As an example, I would encourage more emotion during the homily and less emotion in the music. The appropriate use of emotion by a homilist can give an impassioned witness to the Lord and call the community of believers to greater faith. Music, however, tends to take on a life of its own. I have found that traditional music, known and sung by the congregation, does more to emotionally direct adult believers to the Lord Jesus.

Loud music, multi-instrumental music, and performance-like music tend to distract believers and give too little direction to a focused worship of God. The goal is never an emotional experience for the sake of itself, but always to channel our emotions to a greater good, such as a true worship of God.

Sidebar 1: Sentiment vs. True Religion

Let’s see how sentiment measures up against the five criteria of the true virtue of religion.

1 God as God: When sentiment takes over, it seeks to replace God as God and become a god itself. Our sentiments are fallen. When they are not ordered to God, they seek the worship that is due to him alone.

2 Humble recognition: When sentiment is not ordered by and to truth, there is nothing humble about it. Unruly sentiment is an arrogant spirit that recognizes nothing other than itself and its own satisfaction.

3 Debt to God: When religion becomes sentiment, there is no recognized debt to God. Sentiment becomes bloated with entitlement and argues that a debt is owed to itself. Such a wayward sentiment nurtures self-pity and self-victimization.

4 Gratitude and obedience: When religion becomes sentiment, there is no gratitude to God or anyone else. There is no recognized truth beyond itself and, therefore, no obedience to anything other than its own whims and pleasure.

5 Connection to Others: Absolutized sentiment has no connection to anyone. It creates its own small world and dwells in that dark place. It becomes its own god and has no room for love of God or neighbor.

Sidebar 2: Are you Worshipping Correctly?

The following questions are meant as a help in examining our own consciences on the virtue of religion and the worship of God.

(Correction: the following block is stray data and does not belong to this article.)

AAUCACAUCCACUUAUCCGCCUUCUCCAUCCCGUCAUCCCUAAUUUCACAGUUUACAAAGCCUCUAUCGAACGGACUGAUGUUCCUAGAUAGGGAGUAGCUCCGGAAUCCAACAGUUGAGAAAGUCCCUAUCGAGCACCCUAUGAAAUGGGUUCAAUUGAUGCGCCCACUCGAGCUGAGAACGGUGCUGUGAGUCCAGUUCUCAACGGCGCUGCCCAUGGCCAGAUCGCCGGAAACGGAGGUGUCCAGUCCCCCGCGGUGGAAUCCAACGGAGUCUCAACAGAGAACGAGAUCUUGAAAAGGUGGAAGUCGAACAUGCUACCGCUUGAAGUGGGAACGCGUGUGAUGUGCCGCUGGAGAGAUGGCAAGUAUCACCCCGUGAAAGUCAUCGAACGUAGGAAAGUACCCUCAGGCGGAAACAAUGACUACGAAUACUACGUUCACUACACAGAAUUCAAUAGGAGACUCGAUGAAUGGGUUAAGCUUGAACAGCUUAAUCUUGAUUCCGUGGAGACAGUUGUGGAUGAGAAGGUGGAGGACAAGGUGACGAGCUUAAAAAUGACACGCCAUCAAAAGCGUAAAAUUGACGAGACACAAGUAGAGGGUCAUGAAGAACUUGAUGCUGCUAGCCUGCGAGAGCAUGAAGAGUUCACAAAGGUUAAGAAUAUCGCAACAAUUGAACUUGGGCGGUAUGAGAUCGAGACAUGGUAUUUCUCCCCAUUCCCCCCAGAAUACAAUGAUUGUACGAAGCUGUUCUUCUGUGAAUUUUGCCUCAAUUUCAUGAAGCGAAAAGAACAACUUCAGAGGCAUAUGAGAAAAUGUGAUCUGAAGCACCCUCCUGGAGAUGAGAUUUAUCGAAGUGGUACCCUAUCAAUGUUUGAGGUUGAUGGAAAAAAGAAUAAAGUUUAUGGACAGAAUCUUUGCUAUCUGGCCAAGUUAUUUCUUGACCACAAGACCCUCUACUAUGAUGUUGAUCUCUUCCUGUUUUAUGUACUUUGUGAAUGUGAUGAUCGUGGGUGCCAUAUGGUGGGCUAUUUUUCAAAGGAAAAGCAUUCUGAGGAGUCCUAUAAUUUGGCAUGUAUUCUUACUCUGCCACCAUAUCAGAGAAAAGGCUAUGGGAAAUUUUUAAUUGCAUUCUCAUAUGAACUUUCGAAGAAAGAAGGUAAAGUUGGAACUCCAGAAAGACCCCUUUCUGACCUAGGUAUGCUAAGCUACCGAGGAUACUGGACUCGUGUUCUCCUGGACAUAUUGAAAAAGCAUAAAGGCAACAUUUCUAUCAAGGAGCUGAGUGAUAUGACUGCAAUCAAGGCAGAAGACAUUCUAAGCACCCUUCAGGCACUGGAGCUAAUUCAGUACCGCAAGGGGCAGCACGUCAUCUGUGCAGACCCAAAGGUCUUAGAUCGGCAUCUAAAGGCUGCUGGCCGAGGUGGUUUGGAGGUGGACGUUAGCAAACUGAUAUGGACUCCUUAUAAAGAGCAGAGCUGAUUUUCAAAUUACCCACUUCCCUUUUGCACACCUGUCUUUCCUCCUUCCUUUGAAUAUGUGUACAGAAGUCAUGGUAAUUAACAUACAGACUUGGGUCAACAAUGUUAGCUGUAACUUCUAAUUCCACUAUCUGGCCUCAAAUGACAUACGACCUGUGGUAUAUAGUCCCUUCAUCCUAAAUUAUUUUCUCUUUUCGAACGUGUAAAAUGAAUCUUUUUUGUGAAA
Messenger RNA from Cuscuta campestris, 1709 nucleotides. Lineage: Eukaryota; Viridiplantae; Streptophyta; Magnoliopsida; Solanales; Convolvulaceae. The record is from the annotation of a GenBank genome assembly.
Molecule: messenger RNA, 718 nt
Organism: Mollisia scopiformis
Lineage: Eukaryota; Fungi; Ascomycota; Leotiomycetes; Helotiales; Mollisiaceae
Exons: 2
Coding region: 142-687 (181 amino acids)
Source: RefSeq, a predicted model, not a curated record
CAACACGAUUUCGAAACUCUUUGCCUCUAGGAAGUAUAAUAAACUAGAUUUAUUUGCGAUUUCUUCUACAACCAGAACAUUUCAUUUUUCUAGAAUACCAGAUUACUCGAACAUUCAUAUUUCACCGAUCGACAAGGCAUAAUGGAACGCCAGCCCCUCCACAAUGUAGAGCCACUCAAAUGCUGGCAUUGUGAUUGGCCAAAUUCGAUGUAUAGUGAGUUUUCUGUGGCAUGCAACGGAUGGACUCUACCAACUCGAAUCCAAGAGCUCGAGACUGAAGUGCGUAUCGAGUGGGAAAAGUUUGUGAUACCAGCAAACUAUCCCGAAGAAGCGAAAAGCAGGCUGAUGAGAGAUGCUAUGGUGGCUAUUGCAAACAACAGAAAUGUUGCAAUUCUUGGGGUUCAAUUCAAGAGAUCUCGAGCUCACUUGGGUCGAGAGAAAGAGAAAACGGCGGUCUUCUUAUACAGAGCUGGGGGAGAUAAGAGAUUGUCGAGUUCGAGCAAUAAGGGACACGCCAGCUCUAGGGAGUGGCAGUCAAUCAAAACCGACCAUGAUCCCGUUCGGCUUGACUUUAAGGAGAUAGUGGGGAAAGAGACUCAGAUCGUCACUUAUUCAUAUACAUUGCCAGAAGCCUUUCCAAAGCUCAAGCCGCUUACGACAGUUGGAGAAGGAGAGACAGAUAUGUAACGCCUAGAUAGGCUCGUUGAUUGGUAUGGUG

• Do I have a healthy suspicion of my emotions and acknowledge that the way I feel is not always reality?
  • Do I allow my sentiment to change my understanding of God?
  • Do I regularly participate in Mass and allow the Church’s prayers to mold and shape my own prayers?
  • Do I accept the power of God’s grace, even if I don’t feel it?
  • Have I overreacted to a biblical teaching that challenges how I feel about something?
  • Do I show a docile and open spirit to divine revelation and the Church’s teachings on God and true worship?
  • Have I indulged in distracting and/or self-focused aspects of worship?
  • Do I pray even when I don’t feel like it?
  • When my emotions are provoked, do I pause and allow my intellect and will to inform and order them for a greater good?
  • Do I periodically laugh at myself and the fluidity of emotions that pass through my heart?

Having made this examination of conscience, it is recommended that you go and make a good confession based on these points.

Sidebar 3: Pointers for Apologetics

  1. As a help in speaking to our fellow believers and to unbelievers, here are some pointers for apologetics:
  2. As human beings, we possess a body and soul. Our spiritual souls consist of our intellect and will. Our sentiments—feelings and emotions—are fluid and do not have a moral identity by themselves.
  3. The moral status of our sentiments is based on what we do with them. Depending on how we act, our sentiments can be morally good or evil.
  4. How we feel is not always reality.
  5. Simply because we feel something, that does not mean it is morally acceptable.
  6. The best help to the formation of our hearts, and the guiding of our sentiment, is the virtue of religion and the true worship of God.